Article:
Mitigating Mycotoxin Effects

Another potential benefit of pelleting feed is the reduction of negative performance effects observed when feed is contaminated with the mycotoxin deoxynivalenol (DON). In two swine studies,4,5 pelleting DON-contaminated diets improved average daily gain and gain to feed (G:F), ameliorating the reduction in performance caused by DON-contaminated feed. The concentration of DON in the diet was not altered by pelleting, but the performance benefits of pelleting were able to mitigate the DON-related production losses. Numerically, the increase in daily gain due to pelleting was greater in the DON-contaminated feed than the control feed. It is not clear however, if negative effects from contamination by other mycotoxins could also be abated by pelleting, so using a natural mycotoxin control product is recommended. To identify if feed is contaminated with mycotoxins and at what concentration, BioInsights Mycotoxin Diagnostic Services, offered by Amlan International, can test feed on-site and provide an accurate quantitative result within 10 minutes.

Other Benefits of Pelleting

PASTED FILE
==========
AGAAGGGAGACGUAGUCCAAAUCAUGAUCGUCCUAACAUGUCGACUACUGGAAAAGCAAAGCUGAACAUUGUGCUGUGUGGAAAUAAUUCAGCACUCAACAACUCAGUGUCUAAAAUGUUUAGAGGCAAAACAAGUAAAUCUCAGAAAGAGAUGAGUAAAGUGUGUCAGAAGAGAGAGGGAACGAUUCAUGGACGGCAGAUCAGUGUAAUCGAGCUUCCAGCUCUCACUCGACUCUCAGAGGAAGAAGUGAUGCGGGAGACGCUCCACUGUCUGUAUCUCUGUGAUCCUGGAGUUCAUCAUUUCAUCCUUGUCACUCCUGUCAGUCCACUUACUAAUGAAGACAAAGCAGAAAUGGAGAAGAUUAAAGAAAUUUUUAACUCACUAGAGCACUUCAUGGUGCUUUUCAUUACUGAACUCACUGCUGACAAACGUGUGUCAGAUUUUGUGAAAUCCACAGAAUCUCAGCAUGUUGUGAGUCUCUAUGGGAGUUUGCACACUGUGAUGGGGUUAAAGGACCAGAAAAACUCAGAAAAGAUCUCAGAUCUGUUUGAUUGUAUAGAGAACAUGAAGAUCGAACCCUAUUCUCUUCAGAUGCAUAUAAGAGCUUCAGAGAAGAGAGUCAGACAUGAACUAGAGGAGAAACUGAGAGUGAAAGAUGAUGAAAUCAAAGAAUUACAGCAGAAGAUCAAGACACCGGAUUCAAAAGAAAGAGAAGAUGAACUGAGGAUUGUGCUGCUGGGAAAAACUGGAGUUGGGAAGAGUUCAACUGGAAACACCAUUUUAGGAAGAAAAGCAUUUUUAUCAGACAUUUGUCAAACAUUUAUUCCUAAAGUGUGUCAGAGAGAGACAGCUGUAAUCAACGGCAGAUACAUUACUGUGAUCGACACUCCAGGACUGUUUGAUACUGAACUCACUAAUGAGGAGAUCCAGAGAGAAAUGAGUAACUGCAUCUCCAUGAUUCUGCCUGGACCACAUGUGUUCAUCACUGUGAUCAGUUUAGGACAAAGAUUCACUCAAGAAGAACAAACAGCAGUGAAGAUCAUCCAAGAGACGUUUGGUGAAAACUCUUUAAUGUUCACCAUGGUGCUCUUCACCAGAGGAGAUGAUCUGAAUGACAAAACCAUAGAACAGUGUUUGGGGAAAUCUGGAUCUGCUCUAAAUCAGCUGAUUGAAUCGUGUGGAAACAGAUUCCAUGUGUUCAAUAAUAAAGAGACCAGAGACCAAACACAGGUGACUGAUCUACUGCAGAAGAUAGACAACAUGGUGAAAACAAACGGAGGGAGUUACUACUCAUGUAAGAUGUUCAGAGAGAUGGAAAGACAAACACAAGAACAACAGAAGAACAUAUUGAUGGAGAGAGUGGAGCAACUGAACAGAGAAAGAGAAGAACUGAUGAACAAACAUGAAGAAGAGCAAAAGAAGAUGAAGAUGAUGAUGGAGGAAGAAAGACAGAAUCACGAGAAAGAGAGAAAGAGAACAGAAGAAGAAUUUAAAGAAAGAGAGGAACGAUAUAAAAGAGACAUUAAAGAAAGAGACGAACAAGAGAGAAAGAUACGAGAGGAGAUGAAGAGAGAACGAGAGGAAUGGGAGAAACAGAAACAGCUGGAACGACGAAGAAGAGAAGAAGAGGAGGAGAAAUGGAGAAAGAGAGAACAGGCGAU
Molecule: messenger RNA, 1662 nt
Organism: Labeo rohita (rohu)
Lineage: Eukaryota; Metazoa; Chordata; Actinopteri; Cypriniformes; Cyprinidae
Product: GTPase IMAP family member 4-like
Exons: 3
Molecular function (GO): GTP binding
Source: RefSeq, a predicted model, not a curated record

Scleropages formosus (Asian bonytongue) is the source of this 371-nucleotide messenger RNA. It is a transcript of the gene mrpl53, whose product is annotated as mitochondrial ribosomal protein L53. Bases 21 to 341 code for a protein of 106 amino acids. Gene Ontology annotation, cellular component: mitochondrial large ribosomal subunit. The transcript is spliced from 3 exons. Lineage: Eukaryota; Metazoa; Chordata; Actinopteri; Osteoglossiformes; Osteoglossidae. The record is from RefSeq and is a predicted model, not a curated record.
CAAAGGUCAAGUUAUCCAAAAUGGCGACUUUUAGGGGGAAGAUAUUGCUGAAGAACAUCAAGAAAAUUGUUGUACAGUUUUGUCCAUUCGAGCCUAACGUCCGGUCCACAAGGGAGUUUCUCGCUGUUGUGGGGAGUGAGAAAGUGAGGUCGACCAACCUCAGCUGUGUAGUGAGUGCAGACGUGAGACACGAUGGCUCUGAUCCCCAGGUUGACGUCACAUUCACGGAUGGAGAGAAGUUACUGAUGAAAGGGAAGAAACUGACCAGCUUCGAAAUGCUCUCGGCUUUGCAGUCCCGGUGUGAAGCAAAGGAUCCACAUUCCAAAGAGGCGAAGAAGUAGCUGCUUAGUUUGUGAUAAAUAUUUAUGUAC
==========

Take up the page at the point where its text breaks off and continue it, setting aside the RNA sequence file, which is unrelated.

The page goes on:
Pelleting can increase palatability by masking unpleasant ingredient tastes and reducing ingredient sorting. Production efficiencies also improve as less feed is wasted and time allocated to eating is reduced, which allows more energy to be dedicated to growth.

Pelleting feed has multiple logistic benefits including improving feed flow through bins and less space required for storage. Ingredient separation during storage and transport and dust production are also reduced — depending on the quality of the pellet. Low-quality pellets that have a large percentage of fines may still have these issues.

Pelleting feed has many potential advantages, as long as all components of the diet formulation are considered, pellet quality is maximized and the pellets, like all feed, are manufactured safely following recommended guidelines.


  1. Lilly K, Gehring C, Beaman K, Turk P, Sperow M, Moritz J. Examining the relationships between pellet quality, broiler performance, and bird sex. J Appl Poult Res. 2011;20:231–239.
  2. Abdollahia M, Zaefariana F, Ravindrana V, Selleb P. The interactive influence of dietary nutrient density and feed form on the performance of broiler chickens. Anim Feed Sci Technol. 2018;239:33–43.